Another dragon, this time painted with watercolour pencils on wet pastel paper. I didn’t know in the beginning whether the paper could be used for wet watercolour pencils at all. The only thing however was, that I had to wait until the paper was dry in order to see how the colours would look like.
For I long time I have been using my watercolour pencils dry, but last Sunday I decided to use them wet – which meant painting with them on a wet surface. I’ve watched a few tutorials and the way I did it is not the way recommended by the watercolour pencil specialists. However, I’ve enjoyed experimenting with them – there are many ways to go to Rome, as we in Germany say.
What I had in my head was the eye, symbolizing the sun, streaming light in a kind of waterfall, in which three plants are bathing…
This time I tried something new with the watercolour pencils which I used in addition to “normal” coloured pencils: I dipped them into a small container with water. It is interesting how they differ in producing that rich colour I wanted to achieve. I especially used that technique with the leaves which I did at the end of my working process.
For this I had a reference photo. The reference photo showed a much bigger part of the crocodile, but due to the size of my paper I had to crop it and focused on the head and neck of the animal.
In the middle of my creative process I had the strong feeling that nothing worked, and wanted to throw the drawing in the bin. However I told myself that I could do that in the end, that it was a piece of practice anyway and kept on working on it. There are some lines on the head of the animal which should not be there, but I like the region around its eye, and I think it has got some character.
The colouring process was a challenge, too: which colours does a crocodile really have? I went for something grey-greenish, and some light brown for its belly. It was a challenge .- and it was fun!
Another step into the world of fantasy. I’d looked at some dragons at deviantart, but then decided to create my own.
Coloured pastel paper – even the smooth side of it – is quite a challenge. I found out that it is important to know in the beginning where you want your lightest colours to be – and that means where you want to have the focus put on. I tried to lighten up the wee chap on the left side after having put dark green on his face – and did not very well. Another lesson to be learnt!
I could not resist buying some “Zeichenkarton” (drawing paper? Artist’s board?) and trying my coloured pencils on it. It is a very smooth paper, and I like how the pencils went over it. I had to keep them very pointed, and the smooth paper doesn’t take as much layering as the watercolour paper does.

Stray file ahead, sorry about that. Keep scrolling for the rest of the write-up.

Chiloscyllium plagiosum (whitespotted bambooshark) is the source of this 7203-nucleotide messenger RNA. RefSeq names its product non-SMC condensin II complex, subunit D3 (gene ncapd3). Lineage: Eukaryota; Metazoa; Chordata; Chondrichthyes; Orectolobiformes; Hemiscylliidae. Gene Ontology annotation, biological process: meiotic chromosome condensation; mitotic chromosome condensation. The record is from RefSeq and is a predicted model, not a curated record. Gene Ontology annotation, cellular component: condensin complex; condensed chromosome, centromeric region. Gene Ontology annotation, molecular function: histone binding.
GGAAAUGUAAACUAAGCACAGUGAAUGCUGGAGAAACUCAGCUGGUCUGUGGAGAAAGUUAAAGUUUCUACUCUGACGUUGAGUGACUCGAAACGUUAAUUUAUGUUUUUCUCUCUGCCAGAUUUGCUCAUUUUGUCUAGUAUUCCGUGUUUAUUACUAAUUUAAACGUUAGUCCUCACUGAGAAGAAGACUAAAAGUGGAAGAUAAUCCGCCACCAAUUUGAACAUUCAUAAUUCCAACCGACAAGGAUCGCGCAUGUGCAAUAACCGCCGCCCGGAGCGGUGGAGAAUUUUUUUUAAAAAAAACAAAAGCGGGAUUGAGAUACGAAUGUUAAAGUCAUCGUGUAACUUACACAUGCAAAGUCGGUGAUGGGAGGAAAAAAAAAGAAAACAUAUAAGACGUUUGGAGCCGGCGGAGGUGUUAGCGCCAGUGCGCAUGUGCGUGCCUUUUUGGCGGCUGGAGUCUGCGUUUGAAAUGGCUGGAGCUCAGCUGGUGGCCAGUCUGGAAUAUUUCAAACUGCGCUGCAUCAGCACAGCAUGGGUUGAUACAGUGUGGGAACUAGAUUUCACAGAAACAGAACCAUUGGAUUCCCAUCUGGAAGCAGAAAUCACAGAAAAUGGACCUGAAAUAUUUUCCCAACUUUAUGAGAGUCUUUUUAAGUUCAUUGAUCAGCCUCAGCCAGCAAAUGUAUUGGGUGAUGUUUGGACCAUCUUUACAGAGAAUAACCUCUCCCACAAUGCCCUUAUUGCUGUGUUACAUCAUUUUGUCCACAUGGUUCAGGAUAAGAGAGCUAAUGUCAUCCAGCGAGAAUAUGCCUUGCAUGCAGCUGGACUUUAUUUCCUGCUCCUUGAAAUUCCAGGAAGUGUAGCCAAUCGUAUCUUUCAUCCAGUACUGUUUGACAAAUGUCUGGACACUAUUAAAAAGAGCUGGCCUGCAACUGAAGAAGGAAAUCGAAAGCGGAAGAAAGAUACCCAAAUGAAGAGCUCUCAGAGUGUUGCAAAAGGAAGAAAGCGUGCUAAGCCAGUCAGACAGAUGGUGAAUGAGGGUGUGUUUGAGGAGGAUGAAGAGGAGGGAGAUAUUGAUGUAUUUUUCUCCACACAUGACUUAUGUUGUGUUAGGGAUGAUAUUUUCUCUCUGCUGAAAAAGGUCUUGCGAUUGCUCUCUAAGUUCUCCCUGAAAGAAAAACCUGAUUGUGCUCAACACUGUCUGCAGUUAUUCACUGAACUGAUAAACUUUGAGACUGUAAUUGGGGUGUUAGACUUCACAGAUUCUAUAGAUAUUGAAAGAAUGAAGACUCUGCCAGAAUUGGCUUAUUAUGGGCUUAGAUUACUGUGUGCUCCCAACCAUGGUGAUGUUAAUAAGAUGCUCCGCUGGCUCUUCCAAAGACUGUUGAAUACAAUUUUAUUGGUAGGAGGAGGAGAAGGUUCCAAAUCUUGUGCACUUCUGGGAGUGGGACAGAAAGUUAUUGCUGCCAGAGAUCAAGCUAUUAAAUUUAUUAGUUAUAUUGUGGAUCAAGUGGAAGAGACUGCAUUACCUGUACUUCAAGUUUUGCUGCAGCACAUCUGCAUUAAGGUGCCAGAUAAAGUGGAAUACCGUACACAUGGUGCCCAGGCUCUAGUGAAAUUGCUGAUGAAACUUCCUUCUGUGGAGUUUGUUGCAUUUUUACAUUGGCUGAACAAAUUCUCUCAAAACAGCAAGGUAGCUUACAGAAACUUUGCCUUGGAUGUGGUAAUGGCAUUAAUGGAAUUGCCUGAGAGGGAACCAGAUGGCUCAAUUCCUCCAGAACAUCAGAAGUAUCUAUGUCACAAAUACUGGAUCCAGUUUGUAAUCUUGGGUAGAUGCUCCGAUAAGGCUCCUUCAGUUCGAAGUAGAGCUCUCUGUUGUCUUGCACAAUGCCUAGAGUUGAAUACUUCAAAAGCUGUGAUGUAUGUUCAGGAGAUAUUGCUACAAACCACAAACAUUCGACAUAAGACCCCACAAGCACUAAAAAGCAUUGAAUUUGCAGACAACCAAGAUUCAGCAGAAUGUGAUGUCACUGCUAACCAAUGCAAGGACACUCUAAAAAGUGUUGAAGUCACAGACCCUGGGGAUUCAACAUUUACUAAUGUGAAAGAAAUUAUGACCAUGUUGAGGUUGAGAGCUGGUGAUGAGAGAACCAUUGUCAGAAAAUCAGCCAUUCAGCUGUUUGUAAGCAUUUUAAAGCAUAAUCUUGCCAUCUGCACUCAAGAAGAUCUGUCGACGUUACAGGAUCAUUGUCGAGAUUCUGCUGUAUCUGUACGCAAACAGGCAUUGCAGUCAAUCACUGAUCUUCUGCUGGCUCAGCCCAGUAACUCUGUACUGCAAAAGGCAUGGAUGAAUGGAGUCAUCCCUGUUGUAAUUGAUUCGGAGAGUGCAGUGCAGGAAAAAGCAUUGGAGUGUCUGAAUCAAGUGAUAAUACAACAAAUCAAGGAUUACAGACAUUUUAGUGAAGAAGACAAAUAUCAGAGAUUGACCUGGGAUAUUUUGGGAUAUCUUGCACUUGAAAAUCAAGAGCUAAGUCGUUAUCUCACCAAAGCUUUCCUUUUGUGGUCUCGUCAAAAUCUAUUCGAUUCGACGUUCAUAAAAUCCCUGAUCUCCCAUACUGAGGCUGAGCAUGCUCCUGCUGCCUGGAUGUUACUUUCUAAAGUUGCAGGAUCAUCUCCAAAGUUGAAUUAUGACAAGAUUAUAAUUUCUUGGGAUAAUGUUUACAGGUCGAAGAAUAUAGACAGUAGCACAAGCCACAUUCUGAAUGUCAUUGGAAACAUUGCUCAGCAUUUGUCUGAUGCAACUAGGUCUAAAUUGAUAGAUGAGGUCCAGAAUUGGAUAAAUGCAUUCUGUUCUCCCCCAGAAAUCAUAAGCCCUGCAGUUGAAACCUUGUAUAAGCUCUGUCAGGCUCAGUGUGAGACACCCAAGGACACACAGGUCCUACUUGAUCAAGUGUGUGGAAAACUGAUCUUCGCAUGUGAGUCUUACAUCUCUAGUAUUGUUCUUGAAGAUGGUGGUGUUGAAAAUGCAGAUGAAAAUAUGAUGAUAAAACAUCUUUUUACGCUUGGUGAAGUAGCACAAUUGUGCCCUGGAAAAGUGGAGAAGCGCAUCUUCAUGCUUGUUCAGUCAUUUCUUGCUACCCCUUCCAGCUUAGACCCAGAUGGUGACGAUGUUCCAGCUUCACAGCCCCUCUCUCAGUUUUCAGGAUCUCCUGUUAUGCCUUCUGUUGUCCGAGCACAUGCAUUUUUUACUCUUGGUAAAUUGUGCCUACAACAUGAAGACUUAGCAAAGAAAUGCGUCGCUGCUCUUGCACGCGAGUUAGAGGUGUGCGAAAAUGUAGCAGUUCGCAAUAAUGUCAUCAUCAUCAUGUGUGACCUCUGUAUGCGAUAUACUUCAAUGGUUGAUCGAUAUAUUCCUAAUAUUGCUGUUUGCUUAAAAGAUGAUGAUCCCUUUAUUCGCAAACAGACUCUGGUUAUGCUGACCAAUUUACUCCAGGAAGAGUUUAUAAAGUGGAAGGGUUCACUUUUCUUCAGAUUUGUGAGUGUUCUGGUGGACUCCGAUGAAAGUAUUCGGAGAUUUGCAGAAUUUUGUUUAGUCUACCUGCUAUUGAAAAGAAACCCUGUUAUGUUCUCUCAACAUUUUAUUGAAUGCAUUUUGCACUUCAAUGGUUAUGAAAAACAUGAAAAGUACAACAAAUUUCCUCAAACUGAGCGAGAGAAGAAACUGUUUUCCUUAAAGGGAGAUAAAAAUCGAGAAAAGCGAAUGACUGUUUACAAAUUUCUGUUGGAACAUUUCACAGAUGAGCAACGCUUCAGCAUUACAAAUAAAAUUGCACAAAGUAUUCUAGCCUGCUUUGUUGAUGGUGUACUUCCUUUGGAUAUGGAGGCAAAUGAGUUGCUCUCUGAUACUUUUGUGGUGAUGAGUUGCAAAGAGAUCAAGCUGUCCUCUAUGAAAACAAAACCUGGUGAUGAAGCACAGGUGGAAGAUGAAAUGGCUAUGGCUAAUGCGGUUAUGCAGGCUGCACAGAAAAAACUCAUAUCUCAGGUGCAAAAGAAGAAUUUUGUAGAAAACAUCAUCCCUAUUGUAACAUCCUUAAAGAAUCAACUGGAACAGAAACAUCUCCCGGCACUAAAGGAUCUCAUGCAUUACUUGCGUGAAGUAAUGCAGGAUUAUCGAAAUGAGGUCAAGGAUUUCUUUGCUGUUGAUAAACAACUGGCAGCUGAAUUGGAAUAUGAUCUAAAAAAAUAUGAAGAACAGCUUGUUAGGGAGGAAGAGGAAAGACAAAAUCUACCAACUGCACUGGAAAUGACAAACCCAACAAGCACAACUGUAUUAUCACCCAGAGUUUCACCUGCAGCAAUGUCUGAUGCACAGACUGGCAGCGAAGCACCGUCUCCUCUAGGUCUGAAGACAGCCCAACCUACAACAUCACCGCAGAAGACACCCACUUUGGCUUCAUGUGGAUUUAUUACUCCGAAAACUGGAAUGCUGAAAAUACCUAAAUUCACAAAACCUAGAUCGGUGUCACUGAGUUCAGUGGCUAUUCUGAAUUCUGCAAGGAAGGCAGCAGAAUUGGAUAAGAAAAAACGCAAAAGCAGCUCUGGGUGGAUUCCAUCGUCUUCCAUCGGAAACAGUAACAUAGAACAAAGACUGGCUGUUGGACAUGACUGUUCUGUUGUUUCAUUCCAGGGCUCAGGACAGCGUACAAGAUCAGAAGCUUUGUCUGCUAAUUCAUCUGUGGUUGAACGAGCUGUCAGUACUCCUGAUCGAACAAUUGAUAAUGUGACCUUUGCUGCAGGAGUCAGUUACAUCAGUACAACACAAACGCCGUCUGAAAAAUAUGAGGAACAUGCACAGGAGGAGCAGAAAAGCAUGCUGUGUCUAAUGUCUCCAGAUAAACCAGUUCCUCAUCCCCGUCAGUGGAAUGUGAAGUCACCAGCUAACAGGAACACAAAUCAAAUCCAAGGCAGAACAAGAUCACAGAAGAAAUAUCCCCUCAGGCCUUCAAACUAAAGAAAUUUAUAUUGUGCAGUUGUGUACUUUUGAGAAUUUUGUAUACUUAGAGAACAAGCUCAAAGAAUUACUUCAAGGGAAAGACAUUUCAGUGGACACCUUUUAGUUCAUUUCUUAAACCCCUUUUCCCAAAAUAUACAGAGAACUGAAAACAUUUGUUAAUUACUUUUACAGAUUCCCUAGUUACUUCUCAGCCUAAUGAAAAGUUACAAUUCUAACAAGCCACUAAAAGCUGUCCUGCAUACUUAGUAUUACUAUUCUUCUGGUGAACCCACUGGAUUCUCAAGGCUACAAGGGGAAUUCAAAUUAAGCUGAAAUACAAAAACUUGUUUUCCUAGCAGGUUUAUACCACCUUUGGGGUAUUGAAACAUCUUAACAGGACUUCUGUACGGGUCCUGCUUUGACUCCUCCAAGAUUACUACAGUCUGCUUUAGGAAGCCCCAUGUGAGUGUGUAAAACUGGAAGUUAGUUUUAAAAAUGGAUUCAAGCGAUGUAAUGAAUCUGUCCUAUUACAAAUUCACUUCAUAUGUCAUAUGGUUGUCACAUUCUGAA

“The Lady with the Hood” was inspired by a digital painting I found over at Deviantart, but the only thing which is similar to the reference painting is the idea of a human figure in the wood. I changed it into a lady, and I also changed the atmosphere.
Over at the Art Journal forum at WetCanvas we have a weekly thread with inspiring photos, and one of the photos, contributed by Jacquip, was showing the Eastern Spinebill. I could not resist doing a quick sketch with pencil and then pen (Staedtler permaliner), colouring it then with my coloured pencils.
There is a challenge on the Fantasy and Sci-Forum on WetCanvas, and it is called “Dryad” (tree nymphe). I don’t know whether Dryads are only female – in my imagination however the image of a male tree nymphe arose…
And together with it a dream began to form itself – the dream of illustrating stories with my coloured pencils, either writing stories around them and getting both on paper and uploading it to my website or to scribd, or having a story in mind, writing it down and illustrating it. Maybe I should not call it a dream but a goal, a very distant, thousands of miles away goal, but a goal nevertheless. Defining it as a goal however means thinking about the way the goal can be reached one time. Two things are necessary: to get more confident with drawing figures/objects/nature/animals and to get more confident with colour. Which means: PRACTISE, PRACTISE, PRACTISE!
When you ask people “which colour has the trunk of a tree?” most of them would answer “brown”. Actually it is not brown. It is grey with a bit of brown in it. It may be greenish brown because of the moss growing on one side of the tree. The colour would depend on the light, on the daytime, on the season.
Noticing the proper colours of a tree is one thing; re-creating it with colour pencils is the other. I created that swatch on the same paper which I use for my coloured pencils’ drawings. Whenever I want to produce a certain colour I now can look at this swatch – it tells me which pencils to use. Of course it can be – and should be – more detailed than the one you see. I will work on it.